Sweden is also one of the countries visiting most frequently our blog (top ten = Australia,Belgium,Canada,France,Germany,Sweden,Netherlands,Russia, UK,US).

Don’t miss the deadline: April 17, 2013 for abstract submission.
As it is has been the case since for a few years now, CP also encourage submitting papers related to applications.

## lundi 14 janvier 2013

### The risk of inbreeding, some CPAIOR statistics

Following on the previous post of Jean-Charles.
One of our reader suggested to have a look at the the workshop on organising worshops  and conference in CS: http://static.usenix.org/events/wowcs08/tech/
So I had a look and found a very interesting presentation and article "Best Practices for the Care and Feeding of a Program Committee, and Other Thoughts on Conference Organization" (Fred Douglis, IBM).

On PC composition he says in his presentation:

Avoid inbreeding, or the appearance of it
- Overlap from year to year
- Institutional overlap

Here is the extract on this topic from his article:

A number of conferences have a tendency to become rather inbred: they have a certain number of effectively permanent PC members, and only rotate a small fraction of their PC members from year to year. This is a bad idea. I believe that the core USENIX conferences, such as the annual conference and OSDI/NSDI1 are pretty good in this regard, as are some other conferences like SOSP. Some other systems conferences retain a much higher fraction of PC members, which I think results in a bit of tunnel vision, focusing on the same topics each year with much the same perceptions of what are good ideas and what are not.
Another possible aspect of inbreeding is the number of PC members from a particular organization or with a particular background. One USENIX security conference included a few people from one organization, and then the chair joined the same organization as the CFP came out, making it seem like he had selected 1/3 of the PC from his own organization. This looked bad to some, and while no one faults the chair for changing organizations, there would not have been an issue of the other people didn’t overlap so much. I can think of two other USENIX conferences that included over half the PC members with ties to the same department as the chair. I’m sure these PCs contained very talented people and I am not accusing them of bias; I am only suggesting that conferences need to avoid the appearance of being cliquish.
I think that conference organizers (such as USENIX) should establish guidelines for the number of PC members that can overlap in these respects, and then do a sanity check on PC lists prior to publishing the CFP. Some overlap with previous years is important, but too much overlap is terrible; finding that sweet spot would be a good topic for discussion at WOWCS. (I would recommend 20-30%.) Some conferences such as USENIX ATC have an informal policy of ensuring that a program chair serves on the PC the years before and after they chair it, which offers very strong continuity and should be adopted by all conferences.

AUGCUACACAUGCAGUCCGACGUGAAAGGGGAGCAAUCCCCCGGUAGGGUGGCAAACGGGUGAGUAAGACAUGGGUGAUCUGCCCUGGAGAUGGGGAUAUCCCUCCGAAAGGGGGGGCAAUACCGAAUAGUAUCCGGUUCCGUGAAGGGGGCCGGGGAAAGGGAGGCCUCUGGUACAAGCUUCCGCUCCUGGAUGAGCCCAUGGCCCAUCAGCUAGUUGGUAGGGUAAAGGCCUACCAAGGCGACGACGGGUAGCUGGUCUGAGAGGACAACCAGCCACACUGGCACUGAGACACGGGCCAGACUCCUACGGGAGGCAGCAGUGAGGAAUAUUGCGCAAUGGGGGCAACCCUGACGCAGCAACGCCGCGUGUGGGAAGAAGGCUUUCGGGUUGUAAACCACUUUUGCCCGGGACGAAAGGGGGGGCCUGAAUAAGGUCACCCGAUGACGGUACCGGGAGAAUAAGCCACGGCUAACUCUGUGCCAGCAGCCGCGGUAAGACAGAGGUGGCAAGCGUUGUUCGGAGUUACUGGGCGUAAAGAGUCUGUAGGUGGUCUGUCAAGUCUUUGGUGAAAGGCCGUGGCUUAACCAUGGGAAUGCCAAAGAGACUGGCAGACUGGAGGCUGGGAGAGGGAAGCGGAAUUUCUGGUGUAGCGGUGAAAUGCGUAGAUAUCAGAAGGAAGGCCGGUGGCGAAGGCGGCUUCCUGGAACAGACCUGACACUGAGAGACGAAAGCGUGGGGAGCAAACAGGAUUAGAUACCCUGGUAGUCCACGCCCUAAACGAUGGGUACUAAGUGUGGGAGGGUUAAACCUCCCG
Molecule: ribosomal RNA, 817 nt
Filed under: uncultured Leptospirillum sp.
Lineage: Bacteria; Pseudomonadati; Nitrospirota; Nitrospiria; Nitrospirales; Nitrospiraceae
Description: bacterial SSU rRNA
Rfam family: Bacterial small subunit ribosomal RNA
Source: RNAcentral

One way to bring in new blood is to look at authors who have not previously served on the PC. When I chaired ATC’98, I took a USENIX bibliography to identify all authors of ATC or OSDI papers in the previous few years, then count their papers. I found a couple of people in my own department at AT&T who had published pretty much every year but never been on the PC ... and sure enough they both turned me down, despite my pleas for the need for authors to play their part as reviewers.
A corollary to my point about identifying people who have published but not served is that I think it is, in general, a tragedy to appoint someone to a PC who has never published at a conference, if the conference has been around for at least a couple of iterations. Are there people who could serve on a PC for conference X based on their experience at conferences Y and Z? Sure. But if they haven’t published at X, they either haven’t been submitting there (meaning they may not be that interested in the conference and also that they may not be well calibrated to the material normally published there) or they’ve been having submissions rejected. There are generally enough published authors from previous conferences that these authors should be tapped.

I just wanted to check if one of my favourite conferences, CPAIOR has a risk of inbreeding according to the indicators we should look at from the paper of Fred Douglis.

Over the past 7 conference 2007->2013:

18% of the PC has been the same for the past 8 years (counting on average 40 PC members)

2008: 54% of the PC common with 2007
2009: 57%% of the PC common with 2008
2010: 79% of the PC common with 2009
2011: 46% of the PC common with 2010
2012: 50% of the PC common with 2011
2013: 32% of the PC common with 2012 (with 22% of persons coming from the same institution!, I've already posted a message on this)

Another stat:
50% of the union of PC's of CPAIOR have been in at least 4/7 last PC.
42% in at least 5/7
32% in at least 6/7

I’m afraid Fred Douglis would say CPAIOR has a risk of inbreeding …